I saw a very similar situation with Fabrinet (NYSE:FN), another optical component manufacturer, before its quarterly report in August 2016. The stock was running higher before earnings and I advised investors to either buy downside protection, slim down positions and buy the drop, or at the very least temper expectations. That article can be found here. As it turned out, Fabrinet handily beat consensus estimates and guided above both analyst and company expectations, yet the stock fell. The situation with Acacia is more pronounced, but the setup and outcome are very similar.

The takeaway here? Buy low, sell high! Sounds easy enough. The hard part is knowing whether the current price is "low" or "high". The lines between these two get progressively more blurred as the investing horizon widens, or in other words, the longer you plan on investing, the less it matters when you buy the stock. How one views ACIA's current situation depends almost entirely, in my opinion, on one's investment horizon. For short-term investors, ACIA is in a precarious situation because momentum is dragging shares down as investors who wanted to get rich quick are shaken out, and because the stock doesn't have much of a foundation to stand on: where is the floor? For long-term investors, the stock is less dangerous but still not without risks.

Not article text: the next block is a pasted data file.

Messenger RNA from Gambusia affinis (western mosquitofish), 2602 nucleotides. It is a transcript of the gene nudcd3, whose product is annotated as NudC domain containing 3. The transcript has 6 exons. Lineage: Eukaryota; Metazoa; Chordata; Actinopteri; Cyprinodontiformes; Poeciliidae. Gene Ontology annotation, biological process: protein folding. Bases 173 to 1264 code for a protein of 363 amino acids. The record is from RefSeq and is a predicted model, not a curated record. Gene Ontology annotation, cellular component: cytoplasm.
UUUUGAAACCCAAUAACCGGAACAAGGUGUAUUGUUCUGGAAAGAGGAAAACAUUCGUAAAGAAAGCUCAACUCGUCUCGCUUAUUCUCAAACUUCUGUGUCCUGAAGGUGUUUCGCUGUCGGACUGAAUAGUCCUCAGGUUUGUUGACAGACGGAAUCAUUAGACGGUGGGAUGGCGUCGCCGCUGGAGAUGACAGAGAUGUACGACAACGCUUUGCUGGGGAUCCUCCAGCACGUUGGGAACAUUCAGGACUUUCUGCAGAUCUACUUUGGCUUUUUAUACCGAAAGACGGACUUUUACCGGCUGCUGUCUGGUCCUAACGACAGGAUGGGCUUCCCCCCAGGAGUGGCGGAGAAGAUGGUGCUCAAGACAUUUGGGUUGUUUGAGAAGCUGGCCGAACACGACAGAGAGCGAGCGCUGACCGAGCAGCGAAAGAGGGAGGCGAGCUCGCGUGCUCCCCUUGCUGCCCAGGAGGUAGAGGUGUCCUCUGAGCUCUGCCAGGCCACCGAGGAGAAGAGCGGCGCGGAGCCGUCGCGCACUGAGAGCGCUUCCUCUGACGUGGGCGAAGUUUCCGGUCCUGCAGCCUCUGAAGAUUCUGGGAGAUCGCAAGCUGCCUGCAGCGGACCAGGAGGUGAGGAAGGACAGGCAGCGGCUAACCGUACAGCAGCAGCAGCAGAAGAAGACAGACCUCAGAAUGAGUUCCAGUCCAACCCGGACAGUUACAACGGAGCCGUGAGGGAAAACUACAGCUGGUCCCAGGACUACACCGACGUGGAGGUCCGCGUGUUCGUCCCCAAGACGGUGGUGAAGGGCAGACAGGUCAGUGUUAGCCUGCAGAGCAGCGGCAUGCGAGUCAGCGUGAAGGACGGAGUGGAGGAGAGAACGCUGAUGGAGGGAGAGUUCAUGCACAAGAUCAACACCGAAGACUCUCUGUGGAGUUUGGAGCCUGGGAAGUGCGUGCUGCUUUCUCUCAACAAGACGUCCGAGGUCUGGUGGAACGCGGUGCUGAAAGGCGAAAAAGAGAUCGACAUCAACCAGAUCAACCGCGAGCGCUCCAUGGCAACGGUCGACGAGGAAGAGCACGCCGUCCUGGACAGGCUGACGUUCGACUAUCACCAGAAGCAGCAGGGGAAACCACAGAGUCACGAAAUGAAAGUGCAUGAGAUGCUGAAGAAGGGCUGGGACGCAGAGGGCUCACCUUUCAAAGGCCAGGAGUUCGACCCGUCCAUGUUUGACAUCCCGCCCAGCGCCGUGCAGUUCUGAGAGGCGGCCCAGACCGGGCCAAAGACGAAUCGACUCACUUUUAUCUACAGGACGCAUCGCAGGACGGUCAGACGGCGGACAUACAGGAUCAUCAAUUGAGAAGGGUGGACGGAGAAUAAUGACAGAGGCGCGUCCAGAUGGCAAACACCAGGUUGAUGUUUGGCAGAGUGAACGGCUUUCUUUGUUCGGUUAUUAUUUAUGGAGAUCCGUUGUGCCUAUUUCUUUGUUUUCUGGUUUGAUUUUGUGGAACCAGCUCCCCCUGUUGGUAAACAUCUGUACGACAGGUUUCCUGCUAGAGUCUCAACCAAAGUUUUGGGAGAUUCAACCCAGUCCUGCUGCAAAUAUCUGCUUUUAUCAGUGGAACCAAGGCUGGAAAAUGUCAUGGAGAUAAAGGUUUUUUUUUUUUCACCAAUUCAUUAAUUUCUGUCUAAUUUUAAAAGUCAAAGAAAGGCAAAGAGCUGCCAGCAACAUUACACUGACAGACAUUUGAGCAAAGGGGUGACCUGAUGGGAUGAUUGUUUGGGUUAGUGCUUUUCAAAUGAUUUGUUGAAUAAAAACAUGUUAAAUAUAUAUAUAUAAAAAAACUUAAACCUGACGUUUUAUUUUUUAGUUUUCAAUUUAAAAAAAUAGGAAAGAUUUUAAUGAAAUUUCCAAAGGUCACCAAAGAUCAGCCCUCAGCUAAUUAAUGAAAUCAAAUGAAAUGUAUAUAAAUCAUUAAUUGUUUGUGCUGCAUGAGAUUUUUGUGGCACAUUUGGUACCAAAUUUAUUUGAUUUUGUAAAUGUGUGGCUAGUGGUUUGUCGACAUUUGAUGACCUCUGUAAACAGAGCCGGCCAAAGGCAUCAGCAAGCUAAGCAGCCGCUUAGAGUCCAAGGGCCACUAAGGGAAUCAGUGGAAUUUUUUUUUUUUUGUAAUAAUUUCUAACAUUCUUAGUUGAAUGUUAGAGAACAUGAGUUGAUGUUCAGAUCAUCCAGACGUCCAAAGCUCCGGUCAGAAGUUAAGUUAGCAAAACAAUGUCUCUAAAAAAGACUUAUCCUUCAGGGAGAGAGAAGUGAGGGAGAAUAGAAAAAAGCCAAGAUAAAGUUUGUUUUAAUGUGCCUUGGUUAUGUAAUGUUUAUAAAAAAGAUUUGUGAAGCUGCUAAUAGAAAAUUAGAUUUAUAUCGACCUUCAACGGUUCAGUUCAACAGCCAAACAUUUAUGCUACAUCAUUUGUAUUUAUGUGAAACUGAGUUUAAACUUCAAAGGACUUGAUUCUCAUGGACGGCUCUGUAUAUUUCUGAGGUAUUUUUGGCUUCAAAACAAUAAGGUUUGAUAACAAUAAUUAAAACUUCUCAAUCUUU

What ACIA's future in the short and mid-term boils down to is the 100G overhaul and how long it will last (and be profitable). The so-called "super cycle" in the optical component market that is boosting stocks in the sector seems like it will last for at least another couple of years. Beyond that, as I've written previously, we are nowhere near the theoretical limit for optical communication speeds so continual upgrades and revamps are imminent. How will Acacia fare beyond the super cycle? That is certainly a worthwhile question to explore. Perhaps I will discuss it in a future article.